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State seeks death for man accused in Tampa bus driver's slaying

TAMPA — Prosecutors will seek a death sentence for a man accused of stabbing to death a Tampa bus driver.

The office of Hillsborough State Attorney Andrew Warren filed a notice of intent to seek the death penalty late last month in the case of Justin Ryan McGriff, who is charged with first-degree murder in the May 18 killing of Thomas Dunn.

Surveillance videos captured the attack on Dunn, 46, whose throat was cut as he steered a Hillsborough Area Regional Transit bus along N Nebraska Avenue.

Photographs from the recording, which were used as evidence in a pretrial detetion hearing in May, show a man, whom police identified as McGriff sitting in the rear of the bus. He removes something from his pants pocket, according to court testimony, then walks forward and stands behind the driver.

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"God bless you," McGriff said, according to court testimony.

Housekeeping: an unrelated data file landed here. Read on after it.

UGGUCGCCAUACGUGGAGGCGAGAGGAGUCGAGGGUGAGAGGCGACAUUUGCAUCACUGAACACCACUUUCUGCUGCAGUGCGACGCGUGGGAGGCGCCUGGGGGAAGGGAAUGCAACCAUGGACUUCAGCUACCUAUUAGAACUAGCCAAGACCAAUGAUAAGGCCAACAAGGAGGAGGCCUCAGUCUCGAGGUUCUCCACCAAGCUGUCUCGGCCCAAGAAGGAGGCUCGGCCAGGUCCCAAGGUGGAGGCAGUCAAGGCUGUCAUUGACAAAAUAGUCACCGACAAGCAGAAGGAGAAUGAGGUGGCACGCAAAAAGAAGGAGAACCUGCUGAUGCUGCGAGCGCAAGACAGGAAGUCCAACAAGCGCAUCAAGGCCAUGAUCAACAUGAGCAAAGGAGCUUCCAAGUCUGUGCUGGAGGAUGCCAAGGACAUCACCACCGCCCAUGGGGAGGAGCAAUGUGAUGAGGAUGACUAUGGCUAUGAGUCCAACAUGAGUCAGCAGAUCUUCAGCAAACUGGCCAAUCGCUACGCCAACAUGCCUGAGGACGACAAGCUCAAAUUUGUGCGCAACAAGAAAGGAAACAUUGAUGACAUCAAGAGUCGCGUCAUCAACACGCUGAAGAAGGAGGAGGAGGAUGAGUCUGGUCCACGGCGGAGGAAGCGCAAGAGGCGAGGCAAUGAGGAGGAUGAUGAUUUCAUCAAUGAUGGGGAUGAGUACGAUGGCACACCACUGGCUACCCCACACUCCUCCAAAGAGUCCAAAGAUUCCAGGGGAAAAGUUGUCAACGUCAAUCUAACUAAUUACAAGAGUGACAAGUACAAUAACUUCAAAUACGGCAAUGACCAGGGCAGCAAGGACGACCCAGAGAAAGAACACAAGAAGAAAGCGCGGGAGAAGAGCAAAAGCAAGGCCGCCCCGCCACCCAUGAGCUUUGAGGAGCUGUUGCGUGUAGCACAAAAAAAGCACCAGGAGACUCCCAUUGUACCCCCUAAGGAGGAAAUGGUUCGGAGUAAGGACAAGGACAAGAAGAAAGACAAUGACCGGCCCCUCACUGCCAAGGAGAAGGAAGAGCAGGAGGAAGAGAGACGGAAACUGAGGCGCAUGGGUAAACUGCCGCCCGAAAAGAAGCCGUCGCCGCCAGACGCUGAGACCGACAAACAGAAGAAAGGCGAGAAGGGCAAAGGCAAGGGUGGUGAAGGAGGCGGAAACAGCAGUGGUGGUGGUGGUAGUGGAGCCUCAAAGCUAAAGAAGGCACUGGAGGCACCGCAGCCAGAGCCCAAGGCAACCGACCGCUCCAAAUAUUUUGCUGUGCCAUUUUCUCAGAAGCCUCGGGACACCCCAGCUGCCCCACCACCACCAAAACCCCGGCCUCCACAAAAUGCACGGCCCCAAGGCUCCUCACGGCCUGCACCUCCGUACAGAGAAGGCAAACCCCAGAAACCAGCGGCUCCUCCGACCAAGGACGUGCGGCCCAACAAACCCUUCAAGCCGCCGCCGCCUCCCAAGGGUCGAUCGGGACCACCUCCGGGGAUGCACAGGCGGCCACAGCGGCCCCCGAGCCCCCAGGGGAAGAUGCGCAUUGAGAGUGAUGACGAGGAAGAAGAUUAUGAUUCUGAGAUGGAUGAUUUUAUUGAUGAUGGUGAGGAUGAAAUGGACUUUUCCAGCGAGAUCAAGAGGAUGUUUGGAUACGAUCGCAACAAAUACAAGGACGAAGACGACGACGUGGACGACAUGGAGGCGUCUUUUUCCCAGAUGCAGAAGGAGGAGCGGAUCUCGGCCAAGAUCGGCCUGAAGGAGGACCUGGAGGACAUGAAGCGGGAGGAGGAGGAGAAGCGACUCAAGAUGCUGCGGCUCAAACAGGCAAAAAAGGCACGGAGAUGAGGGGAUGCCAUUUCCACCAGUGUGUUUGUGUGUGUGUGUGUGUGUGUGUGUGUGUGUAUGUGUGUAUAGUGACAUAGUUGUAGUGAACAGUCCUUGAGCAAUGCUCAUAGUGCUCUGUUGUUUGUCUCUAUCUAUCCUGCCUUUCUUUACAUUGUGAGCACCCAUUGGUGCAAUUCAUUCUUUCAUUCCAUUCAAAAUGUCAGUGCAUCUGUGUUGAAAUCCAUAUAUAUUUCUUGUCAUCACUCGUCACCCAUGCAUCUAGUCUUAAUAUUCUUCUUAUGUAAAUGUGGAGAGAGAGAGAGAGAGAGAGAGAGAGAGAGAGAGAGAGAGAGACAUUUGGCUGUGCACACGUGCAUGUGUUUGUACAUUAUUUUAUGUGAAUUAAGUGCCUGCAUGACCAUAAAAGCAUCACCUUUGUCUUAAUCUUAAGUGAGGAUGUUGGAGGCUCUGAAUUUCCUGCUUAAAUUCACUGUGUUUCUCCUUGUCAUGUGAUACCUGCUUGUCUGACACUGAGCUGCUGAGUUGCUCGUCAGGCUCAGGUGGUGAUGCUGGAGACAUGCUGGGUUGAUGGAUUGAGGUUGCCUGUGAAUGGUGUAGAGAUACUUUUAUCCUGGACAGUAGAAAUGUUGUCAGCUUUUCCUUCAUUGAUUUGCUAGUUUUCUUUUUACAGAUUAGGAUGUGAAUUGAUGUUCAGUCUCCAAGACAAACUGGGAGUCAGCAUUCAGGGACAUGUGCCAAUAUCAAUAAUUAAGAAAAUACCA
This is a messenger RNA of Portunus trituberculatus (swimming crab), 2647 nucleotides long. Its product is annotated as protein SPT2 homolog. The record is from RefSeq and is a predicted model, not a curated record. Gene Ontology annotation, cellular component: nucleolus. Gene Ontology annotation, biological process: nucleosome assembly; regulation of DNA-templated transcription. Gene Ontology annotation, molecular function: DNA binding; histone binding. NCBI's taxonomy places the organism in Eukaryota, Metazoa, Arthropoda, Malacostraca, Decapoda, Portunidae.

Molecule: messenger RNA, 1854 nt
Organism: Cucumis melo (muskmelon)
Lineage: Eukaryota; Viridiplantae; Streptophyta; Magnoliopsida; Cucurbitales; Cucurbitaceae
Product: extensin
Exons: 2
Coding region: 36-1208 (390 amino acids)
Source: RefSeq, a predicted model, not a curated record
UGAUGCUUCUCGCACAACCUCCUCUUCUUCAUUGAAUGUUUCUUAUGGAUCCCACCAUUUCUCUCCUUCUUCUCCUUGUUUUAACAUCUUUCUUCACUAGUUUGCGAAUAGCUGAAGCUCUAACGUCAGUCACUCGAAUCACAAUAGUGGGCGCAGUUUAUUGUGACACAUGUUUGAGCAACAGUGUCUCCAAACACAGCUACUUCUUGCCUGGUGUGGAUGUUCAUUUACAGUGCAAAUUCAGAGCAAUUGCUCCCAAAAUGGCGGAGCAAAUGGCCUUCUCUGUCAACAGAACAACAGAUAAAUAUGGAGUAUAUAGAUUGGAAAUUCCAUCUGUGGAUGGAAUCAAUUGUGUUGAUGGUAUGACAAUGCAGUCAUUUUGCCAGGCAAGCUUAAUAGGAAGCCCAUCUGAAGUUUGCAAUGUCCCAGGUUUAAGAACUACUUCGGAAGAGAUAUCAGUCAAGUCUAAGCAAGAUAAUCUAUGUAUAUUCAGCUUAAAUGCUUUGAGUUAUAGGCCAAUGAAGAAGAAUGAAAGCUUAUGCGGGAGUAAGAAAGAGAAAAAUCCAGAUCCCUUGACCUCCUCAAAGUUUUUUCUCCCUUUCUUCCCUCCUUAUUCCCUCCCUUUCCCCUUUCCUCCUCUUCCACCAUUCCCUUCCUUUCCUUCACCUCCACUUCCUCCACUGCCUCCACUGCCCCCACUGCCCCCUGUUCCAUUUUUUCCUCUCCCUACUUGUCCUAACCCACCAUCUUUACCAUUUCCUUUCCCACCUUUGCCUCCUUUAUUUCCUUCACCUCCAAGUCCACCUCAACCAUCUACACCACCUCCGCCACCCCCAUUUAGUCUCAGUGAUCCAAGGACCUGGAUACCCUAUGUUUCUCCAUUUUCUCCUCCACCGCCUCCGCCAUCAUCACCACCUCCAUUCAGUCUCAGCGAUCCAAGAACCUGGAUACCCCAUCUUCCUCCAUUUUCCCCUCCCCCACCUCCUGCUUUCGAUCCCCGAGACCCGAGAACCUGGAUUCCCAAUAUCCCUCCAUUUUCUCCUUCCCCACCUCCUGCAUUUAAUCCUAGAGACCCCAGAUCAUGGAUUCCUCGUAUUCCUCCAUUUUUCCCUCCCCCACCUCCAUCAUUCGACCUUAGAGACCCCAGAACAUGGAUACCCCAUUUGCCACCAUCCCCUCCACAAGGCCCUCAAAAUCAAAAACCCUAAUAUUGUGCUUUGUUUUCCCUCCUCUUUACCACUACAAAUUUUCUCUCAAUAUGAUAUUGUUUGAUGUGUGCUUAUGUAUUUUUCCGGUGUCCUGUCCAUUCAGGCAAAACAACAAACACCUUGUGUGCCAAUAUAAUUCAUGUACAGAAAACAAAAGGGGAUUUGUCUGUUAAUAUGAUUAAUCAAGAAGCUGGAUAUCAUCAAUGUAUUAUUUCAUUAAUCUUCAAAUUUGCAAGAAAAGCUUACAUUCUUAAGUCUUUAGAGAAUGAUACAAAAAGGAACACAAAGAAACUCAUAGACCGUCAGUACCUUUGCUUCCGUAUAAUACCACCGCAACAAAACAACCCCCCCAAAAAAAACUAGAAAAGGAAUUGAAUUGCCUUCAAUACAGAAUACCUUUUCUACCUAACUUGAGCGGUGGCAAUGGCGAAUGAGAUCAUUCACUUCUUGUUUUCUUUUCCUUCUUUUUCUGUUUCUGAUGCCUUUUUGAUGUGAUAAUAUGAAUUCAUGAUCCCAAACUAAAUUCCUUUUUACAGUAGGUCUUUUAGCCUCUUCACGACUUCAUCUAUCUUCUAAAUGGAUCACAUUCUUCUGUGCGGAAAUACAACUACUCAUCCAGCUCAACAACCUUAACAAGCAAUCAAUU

"What was that?" Dunn asked.

"God bless you," he repeated.

"Thank you," Dunn said. "God bless you, too."

After that, McGriff lunged forward, slitting Dunn's throat, according to police.

Dunn steered the bus to the right and hit the brakes as he collapsed. As passengers panicked, McGriff forced his way out the bus door, police said. Officers later spotted him nearby and arrested him.

In June, McGriff's public defenders suggested that he may be mentally ill. One of McGriff's roommates told police that his behavior in the days before his arrest was erratic, according to a court document.

A judge appointed two doctors to determine whether he is competent to proceed toward trial. If he is declared incompetent, he would likely spend time in a state hospital before the case against him could continue.

Warren, who became the county's top prosecutor in 2017, has been reluctant to seek death sentences in cases where a defendant's mental health is in question.

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If McGriff is ultimately convicted of murder, prosecutors will have to prove the existence of at least one "aggravating circumstance" before a jury weighs whether a death sentence is justified. Prosecutors cited four such circumstances in Dunn's slaying, among them that the crime was "especially heinous, atrocious, or cruel" and that it was done in a "cold, calculated, and premeditated manner."

The law requires that a unanimous jury recommendation to impose a death sentence. Otherwise, the penalty is life in prison.

Contact Dan Sullivan at dsullivan@tampabay.com. Follow @TimesDan.

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